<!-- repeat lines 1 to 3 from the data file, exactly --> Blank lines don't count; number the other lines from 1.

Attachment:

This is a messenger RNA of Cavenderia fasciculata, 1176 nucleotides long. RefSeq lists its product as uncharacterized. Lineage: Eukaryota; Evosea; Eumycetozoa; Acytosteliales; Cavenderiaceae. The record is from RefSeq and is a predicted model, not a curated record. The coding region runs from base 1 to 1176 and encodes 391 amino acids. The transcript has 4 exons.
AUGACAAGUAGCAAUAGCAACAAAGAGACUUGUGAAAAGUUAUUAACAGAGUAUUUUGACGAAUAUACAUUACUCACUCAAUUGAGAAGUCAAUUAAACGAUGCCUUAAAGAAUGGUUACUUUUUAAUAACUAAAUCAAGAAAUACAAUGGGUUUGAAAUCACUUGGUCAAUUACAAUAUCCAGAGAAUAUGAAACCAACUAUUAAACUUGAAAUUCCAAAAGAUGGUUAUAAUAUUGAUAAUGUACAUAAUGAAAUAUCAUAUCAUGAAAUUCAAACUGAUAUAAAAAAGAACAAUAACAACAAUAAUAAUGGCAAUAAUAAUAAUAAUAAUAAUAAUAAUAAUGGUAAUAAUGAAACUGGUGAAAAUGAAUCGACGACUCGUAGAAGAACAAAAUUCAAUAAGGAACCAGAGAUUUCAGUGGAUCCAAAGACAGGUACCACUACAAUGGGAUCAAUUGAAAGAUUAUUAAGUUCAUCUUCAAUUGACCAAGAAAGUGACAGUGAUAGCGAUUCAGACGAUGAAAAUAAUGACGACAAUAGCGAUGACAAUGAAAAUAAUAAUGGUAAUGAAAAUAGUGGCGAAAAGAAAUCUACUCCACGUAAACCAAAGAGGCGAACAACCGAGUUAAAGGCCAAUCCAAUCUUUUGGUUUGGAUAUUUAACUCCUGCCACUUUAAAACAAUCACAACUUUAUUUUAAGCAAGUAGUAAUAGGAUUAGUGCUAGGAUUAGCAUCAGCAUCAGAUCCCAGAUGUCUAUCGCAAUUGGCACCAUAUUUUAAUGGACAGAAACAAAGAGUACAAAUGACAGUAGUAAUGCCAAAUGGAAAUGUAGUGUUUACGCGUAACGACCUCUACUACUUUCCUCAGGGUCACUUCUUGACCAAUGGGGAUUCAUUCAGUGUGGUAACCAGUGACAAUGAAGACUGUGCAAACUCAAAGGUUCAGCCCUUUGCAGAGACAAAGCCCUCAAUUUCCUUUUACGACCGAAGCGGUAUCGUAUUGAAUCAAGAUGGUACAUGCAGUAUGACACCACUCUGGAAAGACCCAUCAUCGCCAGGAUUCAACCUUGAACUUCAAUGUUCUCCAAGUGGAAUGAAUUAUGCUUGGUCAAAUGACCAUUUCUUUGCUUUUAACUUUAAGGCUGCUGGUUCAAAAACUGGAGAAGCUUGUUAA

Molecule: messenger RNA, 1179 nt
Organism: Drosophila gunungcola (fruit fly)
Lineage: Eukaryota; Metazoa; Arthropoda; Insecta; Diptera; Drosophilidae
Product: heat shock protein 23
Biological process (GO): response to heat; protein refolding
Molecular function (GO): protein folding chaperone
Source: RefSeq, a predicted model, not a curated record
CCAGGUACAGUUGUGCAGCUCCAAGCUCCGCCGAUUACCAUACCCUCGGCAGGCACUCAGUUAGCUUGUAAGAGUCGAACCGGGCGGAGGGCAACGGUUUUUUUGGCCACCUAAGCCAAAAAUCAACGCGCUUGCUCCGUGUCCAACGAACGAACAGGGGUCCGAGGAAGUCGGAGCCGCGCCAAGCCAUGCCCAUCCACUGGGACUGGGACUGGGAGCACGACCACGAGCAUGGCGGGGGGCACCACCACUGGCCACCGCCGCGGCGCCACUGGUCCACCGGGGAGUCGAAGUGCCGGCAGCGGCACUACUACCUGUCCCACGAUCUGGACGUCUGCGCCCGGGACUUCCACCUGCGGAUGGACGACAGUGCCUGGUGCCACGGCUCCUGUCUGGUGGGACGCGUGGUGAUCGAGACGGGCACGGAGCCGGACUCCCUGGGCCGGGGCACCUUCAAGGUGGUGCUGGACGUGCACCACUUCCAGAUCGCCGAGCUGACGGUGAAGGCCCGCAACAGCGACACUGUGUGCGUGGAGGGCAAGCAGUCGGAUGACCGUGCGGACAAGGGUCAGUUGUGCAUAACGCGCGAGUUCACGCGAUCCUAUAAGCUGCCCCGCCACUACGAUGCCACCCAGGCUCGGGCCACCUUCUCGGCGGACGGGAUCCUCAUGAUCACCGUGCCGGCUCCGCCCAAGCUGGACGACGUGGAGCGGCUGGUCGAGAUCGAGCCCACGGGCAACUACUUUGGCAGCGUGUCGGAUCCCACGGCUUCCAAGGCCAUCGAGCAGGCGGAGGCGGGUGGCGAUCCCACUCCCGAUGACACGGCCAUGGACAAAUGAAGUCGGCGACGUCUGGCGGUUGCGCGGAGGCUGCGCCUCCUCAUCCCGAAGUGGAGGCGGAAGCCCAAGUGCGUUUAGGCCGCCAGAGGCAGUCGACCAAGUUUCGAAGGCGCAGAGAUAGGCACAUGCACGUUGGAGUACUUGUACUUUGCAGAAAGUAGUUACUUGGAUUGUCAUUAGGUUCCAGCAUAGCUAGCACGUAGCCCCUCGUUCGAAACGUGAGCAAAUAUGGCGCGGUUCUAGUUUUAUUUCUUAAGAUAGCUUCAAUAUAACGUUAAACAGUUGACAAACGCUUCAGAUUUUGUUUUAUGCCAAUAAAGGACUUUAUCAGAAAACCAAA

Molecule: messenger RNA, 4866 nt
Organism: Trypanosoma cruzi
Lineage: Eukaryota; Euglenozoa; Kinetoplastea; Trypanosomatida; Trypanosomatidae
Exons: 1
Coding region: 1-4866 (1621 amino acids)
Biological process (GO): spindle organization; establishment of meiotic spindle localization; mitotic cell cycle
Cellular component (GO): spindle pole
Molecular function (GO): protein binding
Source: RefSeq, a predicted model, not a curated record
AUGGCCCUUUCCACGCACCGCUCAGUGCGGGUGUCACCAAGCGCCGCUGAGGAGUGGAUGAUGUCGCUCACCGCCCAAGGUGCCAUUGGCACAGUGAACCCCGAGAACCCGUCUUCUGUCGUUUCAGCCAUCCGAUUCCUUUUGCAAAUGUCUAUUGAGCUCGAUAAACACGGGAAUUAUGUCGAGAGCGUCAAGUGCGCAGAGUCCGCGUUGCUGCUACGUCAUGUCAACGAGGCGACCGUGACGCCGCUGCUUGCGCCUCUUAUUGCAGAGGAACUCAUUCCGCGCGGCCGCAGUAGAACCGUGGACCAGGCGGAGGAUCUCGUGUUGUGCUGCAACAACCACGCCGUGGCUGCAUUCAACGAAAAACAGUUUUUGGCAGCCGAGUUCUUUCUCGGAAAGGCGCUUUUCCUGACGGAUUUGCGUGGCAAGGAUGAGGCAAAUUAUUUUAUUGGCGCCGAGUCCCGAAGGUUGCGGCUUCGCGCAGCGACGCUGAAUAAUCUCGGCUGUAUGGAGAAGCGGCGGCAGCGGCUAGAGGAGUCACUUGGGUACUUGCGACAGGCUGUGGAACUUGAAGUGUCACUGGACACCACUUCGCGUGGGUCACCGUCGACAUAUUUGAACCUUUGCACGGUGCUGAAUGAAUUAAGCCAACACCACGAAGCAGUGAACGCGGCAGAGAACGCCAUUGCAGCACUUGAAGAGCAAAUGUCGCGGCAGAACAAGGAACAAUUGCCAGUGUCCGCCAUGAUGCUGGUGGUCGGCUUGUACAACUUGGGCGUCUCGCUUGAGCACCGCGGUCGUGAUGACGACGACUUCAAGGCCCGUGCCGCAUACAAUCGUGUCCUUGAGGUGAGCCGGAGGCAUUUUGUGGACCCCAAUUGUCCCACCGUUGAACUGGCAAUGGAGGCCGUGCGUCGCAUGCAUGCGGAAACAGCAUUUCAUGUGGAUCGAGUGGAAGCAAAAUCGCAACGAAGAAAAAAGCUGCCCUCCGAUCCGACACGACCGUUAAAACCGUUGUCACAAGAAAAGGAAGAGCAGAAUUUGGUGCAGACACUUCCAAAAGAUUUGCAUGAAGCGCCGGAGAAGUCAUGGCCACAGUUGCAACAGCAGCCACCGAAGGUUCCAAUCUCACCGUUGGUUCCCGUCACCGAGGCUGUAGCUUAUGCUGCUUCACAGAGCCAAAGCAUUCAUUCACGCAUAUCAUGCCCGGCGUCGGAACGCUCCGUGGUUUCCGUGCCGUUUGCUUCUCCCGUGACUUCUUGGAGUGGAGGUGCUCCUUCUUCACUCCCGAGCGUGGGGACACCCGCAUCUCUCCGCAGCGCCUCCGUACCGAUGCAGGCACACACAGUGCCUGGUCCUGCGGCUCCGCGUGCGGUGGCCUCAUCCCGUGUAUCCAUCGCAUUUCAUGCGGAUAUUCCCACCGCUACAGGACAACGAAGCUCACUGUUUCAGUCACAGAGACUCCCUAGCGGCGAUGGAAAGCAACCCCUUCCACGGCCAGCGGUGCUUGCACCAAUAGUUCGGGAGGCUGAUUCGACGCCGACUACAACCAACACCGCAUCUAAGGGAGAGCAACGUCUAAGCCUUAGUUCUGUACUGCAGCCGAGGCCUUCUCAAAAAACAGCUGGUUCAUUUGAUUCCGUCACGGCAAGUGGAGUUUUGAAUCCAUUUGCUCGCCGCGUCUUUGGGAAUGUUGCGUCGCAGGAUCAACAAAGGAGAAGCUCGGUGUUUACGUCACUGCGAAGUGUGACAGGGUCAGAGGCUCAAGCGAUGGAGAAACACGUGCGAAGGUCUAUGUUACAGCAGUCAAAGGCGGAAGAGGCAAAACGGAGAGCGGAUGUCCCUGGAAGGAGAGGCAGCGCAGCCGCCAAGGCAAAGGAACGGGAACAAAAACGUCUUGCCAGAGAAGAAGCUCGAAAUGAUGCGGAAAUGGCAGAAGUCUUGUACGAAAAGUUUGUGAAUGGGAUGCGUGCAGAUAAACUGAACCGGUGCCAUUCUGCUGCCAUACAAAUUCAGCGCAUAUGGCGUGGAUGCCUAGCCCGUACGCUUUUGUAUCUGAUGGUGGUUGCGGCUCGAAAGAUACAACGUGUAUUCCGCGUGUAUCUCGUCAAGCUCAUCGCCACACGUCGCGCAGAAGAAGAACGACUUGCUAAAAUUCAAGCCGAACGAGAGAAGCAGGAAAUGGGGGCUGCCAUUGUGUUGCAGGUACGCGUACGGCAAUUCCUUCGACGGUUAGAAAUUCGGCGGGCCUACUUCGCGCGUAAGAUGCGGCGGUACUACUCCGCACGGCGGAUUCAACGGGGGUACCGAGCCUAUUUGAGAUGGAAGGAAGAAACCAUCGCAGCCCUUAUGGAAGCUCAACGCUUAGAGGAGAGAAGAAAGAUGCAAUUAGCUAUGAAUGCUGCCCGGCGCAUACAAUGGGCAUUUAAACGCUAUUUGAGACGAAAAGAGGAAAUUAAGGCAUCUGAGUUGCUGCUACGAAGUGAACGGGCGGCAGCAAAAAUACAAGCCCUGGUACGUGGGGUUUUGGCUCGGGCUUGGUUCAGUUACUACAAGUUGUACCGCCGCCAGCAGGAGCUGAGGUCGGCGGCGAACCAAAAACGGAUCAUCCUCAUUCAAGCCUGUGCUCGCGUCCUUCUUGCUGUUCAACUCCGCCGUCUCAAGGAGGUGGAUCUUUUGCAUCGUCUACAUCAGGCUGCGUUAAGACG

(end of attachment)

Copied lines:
This is a messenger RNA of Cavenderia fasciculata, 1176 nucleotides long. RefSeq lists its product as uncharacterized. Lineage: Eukaryota; Evosea; Eumycetozoa; Acytosteliales; Cavenderiaceae. The record is from RefSeq and is a predicted model, not a curated record. The coding region runs from base 1 to 1176 and encodes 391 amino acids. The transcript has 4 exons.
AUGACAAGUAGCAAUAGCAACAAAGAGACUUGUGAAAAGUUAUUAACAGAGUAUUUUGACGAAUAUACAUUACUCACUCAAUUGAGAAGUCAAUUAAACGAUGCCUUAAAGAAUGGUUACUUUUUAAUAACUAAAUCAAGAAAUACAAUGGGUUUGAAAUCACUUGGUCAAUUACAAUAUCCAGAGAAUAUGAAACCAACUAUUAAACUUGAAAUUCCAAAAGAUGGUUAUAAUAUUGAUAAUGUACAUAAUGAAAUAUCAUAUCAUGAAAUUCAAACUGAUAUAAAAAAGAACAAUAACAACAAUAAUAAUGGCAAUAAUAAUAAUAAUAAUAAUAAUAAUAAUGGUAAUAAUGAAACUGGUGAAAAUGAAUCGACGACUCGUAGAAGAACAAAAUUCAAUAAGGAACCAGAGAUUUCAGUGGAUCCAAAGACAGGUACCACUACAAUGGGAUCAAUUGAAAGAUUAUUAAGUUCAUCUUCAAUUGACCAAGAAAGUGACAGUGAUAGCGAUUCAGACGAUGAAAAUAAUGACGACAAUAGCGAUGACAAUGAAAAUAAUAAUGGUAAUGAAAAUAGUGGCGAAAAGAAAUCUACUCCACGUAAACCAAAGAGGCGAACAACCGAGUUAAAGGCCAAUCCAAUCUUUUGGUUUGGAUAUUUAACUCCUGCCACUUUAAAACAAUCACAACUUUAUUUUAAGCAAGUAGUAAUAGGAUUAGUGCUAGGAUUAGCAUCAGCAUCAGAUCCCAGAUGUCUAUCGCAAUUGGCACCAUAUUUUAAUGGACAGAAACAAAGAGUACAAAUGACAGUAGUAAUGCCAAAUGGAAAUGUAGUGUUUACGCGUAACGACCUCUACUACUUUCCUCAGGGUCACUUCUUGACCAAUGGGGAUUCAUUCAGUGUGGUAACCAGUGACAAUGAAGACUGUGCAAACUCAAAGGUUCAGCCCUUUGCAGAGACAAAGCCCUCAAUUUCCUUUUACGACCGAAGCGGUAUCGUAUUGAAUCAAGAUGGUACAUGCAGUAUGACACCACUCUGGAAAGACCCAUCAUCGCCAGGAUUCAACCUUGAACUUCAAUGUUCUCCAAGUGGAAUGAAUUAUGCUUGGUCAAAUGACCAUUUCUUUGCUUUUAACUUUAAGGCUGCUGGUUCAAAAACUGGAGAAGCUUGUUAA

Molecule: messenger RNA, 1179 nt